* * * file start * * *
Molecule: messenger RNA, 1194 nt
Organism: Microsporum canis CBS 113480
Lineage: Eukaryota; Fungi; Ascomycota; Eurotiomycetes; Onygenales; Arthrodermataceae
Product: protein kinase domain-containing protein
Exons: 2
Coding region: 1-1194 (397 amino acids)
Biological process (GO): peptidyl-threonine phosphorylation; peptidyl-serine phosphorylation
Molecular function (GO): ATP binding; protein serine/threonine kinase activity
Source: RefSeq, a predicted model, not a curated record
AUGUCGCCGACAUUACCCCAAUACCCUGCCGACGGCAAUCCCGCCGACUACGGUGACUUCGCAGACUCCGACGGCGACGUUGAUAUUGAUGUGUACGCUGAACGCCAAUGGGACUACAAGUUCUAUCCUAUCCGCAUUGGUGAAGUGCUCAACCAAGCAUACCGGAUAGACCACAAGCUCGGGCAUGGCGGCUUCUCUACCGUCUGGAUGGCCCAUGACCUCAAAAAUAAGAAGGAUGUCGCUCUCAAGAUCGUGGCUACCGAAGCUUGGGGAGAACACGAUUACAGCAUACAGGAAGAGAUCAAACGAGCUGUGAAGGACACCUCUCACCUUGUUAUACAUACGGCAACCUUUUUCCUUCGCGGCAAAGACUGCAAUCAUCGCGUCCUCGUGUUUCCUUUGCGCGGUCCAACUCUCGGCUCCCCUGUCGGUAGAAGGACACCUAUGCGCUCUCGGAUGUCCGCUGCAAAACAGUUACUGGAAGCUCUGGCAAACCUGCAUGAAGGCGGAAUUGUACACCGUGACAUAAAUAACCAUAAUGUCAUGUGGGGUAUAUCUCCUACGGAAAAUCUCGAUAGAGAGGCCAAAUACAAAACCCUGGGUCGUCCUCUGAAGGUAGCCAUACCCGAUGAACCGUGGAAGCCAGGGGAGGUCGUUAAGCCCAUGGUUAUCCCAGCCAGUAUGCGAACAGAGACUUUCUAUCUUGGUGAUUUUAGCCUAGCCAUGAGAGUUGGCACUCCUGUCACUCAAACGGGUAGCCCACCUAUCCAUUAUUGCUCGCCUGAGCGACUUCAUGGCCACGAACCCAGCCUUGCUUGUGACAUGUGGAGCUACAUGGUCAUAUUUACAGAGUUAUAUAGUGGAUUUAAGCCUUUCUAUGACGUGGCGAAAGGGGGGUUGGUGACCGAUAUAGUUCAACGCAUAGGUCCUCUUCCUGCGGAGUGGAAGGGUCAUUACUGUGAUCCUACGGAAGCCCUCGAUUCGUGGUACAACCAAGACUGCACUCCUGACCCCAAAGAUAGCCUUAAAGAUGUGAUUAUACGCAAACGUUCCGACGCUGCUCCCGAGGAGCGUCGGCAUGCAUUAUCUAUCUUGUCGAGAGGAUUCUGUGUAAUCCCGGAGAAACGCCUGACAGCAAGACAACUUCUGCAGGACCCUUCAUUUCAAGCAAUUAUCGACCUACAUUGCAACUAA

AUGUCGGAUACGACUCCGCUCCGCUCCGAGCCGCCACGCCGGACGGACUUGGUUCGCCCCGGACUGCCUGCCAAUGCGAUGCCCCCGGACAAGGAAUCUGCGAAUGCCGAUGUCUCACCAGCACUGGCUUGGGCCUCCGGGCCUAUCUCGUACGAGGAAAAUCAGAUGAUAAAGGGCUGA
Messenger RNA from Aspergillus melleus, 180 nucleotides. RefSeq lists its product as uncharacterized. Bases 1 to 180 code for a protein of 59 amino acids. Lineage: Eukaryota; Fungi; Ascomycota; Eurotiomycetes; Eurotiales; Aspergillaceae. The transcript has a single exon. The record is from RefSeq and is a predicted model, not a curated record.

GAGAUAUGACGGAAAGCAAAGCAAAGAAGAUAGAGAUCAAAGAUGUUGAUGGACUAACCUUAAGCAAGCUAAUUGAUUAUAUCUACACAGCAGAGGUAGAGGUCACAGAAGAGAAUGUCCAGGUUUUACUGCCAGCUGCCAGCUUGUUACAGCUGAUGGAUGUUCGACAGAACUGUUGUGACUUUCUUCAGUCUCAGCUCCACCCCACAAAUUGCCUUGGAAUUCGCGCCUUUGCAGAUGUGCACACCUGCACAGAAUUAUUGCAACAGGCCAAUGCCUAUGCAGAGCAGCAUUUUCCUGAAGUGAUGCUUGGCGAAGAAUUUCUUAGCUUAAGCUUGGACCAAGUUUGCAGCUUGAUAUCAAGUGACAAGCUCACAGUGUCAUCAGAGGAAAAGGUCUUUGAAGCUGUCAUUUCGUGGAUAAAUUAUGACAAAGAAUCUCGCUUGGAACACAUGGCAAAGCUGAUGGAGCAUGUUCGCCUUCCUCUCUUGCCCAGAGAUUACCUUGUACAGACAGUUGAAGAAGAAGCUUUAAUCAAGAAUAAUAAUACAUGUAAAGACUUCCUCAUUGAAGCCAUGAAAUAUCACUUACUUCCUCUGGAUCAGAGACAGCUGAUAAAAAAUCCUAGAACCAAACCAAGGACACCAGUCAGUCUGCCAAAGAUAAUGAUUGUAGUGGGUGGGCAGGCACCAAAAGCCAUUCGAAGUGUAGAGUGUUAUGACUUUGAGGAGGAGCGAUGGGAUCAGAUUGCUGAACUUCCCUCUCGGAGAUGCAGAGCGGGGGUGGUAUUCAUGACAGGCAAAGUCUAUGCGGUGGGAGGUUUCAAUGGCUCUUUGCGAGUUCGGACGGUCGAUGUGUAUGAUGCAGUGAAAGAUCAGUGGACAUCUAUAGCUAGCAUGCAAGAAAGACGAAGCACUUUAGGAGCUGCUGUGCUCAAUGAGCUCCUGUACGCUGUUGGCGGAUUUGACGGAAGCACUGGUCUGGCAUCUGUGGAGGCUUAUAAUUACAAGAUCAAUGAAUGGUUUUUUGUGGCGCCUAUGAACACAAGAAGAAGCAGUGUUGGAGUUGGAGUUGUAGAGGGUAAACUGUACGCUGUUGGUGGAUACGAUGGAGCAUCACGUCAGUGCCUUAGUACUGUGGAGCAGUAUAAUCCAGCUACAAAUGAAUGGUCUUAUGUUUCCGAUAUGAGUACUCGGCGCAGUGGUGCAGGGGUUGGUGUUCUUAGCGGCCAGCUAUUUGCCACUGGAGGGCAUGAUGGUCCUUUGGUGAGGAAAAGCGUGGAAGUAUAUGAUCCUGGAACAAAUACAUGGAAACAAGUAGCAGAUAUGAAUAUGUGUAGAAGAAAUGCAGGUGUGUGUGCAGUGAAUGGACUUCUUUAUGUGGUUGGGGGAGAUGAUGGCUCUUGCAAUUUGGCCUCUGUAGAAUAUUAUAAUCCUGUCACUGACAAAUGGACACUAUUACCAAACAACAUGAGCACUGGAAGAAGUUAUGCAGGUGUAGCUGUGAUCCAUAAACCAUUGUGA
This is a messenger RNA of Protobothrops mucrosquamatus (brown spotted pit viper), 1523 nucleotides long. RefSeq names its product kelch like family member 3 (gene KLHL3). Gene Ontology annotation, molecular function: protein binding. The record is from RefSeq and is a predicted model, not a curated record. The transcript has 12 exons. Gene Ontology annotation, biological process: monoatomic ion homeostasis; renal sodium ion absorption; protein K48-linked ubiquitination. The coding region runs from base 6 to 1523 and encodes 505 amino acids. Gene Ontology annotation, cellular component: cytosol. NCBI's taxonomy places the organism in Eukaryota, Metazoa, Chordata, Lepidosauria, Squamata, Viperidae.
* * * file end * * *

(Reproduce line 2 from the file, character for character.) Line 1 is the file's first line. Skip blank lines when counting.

Organism: Microsporum canis CBS 113480